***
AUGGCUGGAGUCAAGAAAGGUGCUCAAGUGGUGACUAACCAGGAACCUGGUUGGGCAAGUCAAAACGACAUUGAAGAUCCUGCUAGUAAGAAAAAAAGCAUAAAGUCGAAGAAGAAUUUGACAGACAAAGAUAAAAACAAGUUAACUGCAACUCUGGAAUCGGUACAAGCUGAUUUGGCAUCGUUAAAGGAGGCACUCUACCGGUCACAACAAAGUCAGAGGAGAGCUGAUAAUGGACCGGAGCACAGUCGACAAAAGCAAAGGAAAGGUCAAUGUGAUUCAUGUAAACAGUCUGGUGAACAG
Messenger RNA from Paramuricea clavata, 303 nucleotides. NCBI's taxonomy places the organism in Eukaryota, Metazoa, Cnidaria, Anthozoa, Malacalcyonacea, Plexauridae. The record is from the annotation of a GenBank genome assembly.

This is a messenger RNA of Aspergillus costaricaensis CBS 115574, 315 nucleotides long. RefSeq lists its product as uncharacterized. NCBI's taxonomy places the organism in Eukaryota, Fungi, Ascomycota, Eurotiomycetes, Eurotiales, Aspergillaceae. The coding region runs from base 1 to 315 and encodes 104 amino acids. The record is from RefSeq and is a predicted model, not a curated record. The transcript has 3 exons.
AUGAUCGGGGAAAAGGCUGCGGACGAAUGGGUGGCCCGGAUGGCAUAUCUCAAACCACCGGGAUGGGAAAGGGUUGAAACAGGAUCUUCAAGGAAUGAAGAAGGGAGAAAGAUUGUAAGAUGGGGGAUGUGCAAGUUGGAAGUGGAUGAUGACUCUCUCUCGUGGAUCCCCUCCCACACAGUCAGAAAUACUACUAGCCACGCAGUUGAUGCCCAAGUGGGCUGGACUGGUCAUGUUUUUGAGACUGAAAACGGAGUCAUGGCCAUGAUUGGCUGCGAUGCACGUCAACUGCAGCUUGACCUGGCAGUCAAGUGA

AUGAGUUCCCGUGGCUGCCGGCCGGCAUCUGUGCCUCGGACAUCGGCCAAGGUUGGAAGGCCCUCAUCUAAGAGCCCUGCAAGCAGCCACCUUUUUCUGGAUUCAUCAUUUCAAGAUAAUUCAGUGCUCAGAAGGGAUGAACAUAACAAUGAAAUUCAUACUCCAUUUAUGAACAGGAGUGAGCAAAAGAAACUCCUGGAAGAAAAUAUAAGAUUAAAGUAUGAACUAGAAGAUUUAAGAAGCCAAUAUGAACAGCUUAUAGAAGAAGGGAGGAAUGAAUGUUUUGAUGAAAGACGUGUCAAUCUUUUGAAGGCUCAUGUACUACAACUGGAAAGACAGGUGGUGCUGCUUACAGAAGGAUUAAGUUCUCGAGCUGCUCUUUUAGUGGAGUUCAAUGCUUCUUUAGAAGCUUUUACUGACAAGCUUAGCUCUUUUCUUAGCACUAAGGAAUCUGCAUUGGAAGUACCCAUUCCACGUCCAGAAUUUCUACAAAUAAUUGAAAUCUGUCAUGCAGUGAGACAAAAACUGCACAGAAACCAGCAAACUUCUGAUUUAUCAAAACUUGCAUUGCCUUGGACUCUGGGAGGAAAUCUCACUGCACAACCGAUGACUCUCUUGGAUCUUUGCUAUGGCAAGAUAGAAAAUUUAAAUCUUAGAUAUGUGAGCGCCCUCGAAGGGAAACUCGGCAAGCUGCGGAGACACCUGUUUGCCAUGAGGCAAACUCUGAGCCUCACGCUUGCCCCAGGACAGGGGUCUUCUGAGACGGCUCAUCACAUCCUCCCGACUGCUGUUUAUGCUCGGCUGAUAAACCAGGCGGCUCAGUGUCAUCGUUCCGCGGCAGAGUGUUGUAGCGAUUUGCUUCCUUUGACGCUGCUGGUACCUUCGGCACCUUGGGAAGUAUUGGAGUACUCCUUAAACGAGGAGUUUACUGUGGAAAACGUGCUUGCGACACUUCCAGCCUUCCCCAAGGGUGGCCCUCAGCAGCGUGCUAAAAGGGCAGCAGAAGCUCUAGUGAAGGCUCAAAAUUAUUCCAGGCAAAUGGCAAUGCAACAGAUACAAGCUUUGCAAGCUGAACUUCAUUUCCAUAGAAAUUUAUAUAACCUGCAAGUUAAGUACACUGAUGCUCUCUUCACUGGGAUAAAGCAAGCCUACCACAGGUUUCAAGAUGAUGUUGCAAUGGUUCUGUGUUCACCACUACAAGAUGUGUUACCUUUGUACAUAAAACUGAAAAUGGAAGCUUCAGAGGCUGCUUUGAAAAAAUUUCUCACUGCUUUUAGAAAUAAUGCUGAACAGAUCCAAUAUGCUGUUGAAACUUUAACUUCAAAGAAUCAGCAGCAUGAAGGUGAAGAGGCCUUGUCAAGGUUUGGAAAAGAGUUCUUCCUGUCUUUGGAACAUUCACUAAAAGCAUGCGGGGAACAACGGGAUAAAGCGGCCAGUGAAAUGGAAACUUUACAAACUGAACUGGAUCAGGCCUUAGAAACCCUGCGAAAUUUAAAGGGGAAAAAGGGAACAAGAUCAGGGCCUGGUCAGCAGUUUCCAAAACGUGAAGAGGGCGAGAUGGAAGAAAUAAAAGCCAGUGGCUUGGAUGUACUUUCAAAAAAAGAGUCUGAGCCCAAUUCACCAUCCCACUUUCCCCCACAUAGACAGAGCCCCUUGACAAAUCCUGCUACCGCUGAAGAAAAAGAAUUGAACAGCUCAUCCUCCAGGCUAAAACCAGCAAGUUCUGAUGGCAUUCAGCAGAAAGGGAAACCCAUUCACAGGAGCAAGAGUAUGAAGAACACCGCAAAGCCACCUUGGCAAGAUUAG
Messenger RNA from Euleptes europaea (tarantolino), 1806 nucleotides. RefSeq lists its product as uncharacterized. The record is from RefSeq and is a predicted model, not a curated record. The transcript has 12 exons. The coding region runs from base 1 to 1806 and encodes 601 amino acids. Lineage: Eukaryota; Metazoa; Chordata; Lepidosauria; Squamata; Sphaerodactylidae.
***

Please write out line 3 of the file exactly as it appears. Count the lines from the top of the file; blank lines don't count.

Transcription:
This is a messenger RNA of Aspergillus costaricaensis CBS 115574, 315 nucleotides long. RefSeq lists its product as uncharacterized. NCBI's taxonomy places the organism in Eukaryota, Fungi, Ascomycota, Eurotiomycetes, Eurotiales, Aspergillaceae. The coding region runs from base 1 to 315 and encodes 104 amino acids. The record is from RefSeq and is a predicted model, not a curated record. The transcript has 3 exons.